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Frequently Asked Questions About Mold  

AMI strives to answer questions and concerns regarding mold through resources we believe to be reliable and knowledgeable. This page of our web site is continually updated to bring the most current information available. 

DISCLAIMER: This web site is designed only to provide general information and is not directed toward providing legal or medical advice of any kind. For proper legal advice contact an attorney. For proper medical advice contact a physician. 
 

Q: How can I tell if I have mold spores in my home or office? 
A: If you see mold growth, water stains, dripping faucets, it is a good idea to have a Certified Mold Inspector test that surface and the indoor air for an accurate representation of mold spores. Where there is no visible mold growth, but there is a musty or moldy odor, again, have the air inspected. It is always better to be safe than sorry. 
 
Q: How does mold become a problem? 
A: All mold needs for growth is food sources and appropriate climate. Oxygen-rich environments with either standing liquids or humidity over 70% are optimal for mold growth. Many fungi grow well at temperatures between 60 and 80 degrees Fahrenheit, which are also ideal temperatures for human comfort. Mold becomes a problem to property once a structure gets wet. If it does not dry out or dries out slowly, mold spores can germinate and destroy anything it grows on. Mold becomes a problem to your health when it comes in contact with your skin, is breathed into the lungs. 
  
Q: Who is at risk? 
A: High levels of molds are not healthy for anyone inside a building. Those individuals that appear to be at higher risk are infants, the elderly, those with compromised immune systems (HIV infection, liver disease or those undergoing chemotherapy or radiation therapy), pregnant women and individuals with existing respiratory conditions, such as allergies, multiple chemical sensitivities and asthma, pneumonia or bronchitis. Healthy, active people are less likely adverse reactions at first. However, extended exposure to molds can be a health risk to anyone. If you have concerns about your health, you should consult a physician for advice.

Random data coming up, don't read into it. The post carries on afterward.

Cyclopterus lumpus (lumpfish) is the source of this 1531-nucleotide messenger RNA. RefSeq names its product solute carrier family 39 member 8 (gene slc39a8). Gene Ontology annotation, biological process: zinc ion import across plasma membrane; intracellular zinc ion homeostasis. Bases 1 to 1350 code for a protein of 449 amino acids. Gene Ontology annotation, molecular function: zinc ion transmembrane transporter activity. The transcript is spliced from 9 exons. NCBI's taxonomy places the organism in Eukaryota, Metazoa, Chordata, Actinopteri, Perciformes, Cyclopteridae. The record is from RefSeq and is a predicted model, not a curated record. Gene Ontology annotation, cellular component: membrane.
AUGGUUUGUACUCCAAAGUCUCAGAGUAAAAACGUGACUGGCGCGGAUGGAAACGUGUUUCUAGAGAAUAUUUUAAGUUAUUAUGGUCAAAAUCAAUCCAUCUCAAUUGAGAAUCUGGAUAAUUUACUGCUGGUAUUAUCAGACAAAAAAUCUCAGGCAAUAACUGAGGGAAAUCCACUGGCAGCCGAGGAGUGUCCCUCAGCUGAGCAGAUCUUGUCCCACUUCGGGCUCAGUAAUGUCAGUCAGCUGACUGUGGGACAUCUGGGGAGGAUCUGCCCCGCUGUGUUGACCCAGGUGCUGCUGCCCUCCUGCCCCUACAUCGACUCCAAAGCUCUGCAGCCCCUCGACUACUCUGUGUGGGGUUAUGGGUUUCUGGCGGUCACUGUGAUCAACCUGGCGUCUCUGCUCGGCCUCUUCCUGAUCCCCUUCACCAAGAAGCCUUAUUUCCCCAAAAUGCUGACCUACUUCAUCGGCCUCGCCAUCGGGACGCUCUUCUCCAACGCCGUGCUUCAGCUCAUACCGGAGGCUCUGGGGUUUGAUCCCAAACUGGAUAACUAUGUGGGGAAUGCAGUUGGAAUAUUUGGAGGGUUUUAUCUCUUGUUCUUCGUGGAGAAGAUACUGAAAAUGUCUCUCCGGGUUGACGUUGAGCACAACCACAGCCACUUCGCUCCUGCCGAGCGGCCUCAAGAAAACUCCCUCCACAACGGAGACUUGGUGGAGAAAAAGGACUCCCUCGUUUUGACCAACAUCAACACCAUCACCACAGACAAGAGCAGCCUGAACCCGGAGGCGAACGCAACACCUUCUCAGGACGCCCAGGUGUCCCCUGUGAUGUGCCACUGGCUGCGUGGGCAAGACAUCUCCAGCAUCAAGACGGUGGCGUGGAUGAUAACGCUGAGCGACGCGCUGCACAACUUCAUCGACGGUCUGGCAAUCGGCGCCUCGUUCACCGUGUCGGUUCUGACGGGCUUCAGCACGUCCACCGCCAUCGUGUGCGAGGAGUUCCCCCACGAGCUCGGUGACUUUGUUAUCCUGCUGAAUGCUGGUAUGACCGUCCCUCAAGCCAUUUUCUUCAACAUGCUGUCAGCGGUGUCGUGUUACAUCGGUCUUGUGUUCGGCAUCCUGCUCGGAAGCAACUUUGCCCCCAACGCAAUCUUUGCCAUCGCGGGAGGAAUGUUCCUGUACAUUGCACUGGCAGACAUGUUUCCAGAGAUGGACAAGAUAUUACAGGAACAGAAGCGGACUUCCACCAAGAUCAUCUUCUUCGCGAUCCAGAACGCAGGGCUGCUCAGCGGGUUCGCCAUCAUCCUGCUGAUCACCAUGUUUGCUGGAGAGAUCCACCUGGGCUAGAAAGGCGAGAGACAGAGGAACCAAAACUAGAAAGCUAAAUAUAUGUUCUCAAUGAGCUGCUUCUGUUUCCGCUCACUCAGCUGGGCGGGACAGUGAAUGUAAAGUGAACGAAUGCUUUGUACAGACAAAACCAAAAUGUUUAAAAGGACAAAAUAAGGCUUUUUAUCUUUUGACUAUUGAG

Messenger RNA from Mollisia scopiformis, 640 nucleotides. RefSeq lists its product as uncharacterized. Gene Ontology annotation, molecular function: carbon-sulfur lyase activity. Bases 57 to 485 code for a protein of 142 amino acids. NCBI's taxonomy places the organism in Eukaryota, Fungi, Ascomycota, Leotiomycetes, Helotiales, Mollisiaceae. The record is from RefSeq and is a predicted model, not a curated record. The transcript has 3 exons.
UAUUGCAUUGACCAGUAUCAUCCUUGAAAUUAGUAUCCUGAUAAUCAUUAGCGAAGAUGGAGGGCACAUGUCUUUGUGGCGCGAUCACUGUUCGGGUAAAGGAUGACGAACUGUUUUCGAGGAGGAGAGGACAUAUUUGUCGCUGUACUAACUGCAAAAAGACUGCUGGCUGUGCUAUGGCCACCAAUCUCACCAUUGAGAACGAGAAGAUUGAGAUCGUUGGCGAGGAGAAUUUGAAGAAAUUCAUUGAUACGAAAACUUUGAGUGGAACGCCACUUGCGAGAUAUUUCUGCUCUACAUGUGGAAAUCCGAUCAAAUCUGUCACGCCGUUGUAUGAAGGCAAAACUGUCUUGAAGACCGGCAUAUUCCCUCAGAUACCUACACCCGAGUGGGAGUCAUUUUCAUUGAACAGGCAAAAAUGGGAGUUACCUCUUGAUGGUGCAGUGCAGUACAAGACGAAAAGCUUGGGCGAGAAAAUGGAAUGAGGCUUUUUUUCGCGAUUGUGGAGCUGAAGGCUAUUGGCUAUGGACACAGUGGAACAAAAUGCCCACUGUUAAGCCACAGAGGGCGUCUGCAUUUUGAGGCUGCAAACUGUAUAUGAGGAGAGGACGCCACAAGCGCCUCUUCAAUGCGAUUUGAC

Q: What are the symptoms of exposure to mold? 
A: Effects from exposure to toxic mold can result in any of the following symptoms: 
headaches memory loss problems focusing or concentrating chronic fatigue 
nose and throat irritation persistent cold-like symptoms burning, itching or watering eyes  dizziness nausea tremors heart palpitations shortness of breath (during mild exertion)  exhaustion after routine activity serious swelling in legs, ankles, feet serious swelling in torso or stomach prolonged muscle cramps and joint pain sensitivity to odors cancer women who are pregnant could experience multiple problems, even miscarriages. 
  
Q: Does it matter what kind of mold is found in my home? 
A: Some molds will produce mycotoxins (poisonous toxins). Simply spraying a mildewcide or fungicide on mold will not remove or inactivate the mycotoxins that have already been produced. An adverse reaction from dead mold or mold spores can still happen. Not all molds produce mycotoxins all the time. It is important to note that mold spores do not have to be alive to be dangerous. Dead and dormant mold can be just as toxic. Tolerance to these mycotoxins again varies from person to person. 
  
  Note: Bleach is not effective at eliminating mold.
Bleach may clean mold off surfaces, but it does not penetrate deep into porous materials where mold hides. For proper mold killing cleaners, visit www.jondon.com/mold.htm  Also, Home Depot carries a mildewcide made by ZEP. 

If you believe you or your children have symptoms that you suspect are caused by exposure to mold, you should see a physician. Keep in mind that many symptoms associated with mold exposure may also be caused by many other illnesses. You should tell your physician about any symptoms and approximately when, how and how long you think you or your children were exposed. 
   

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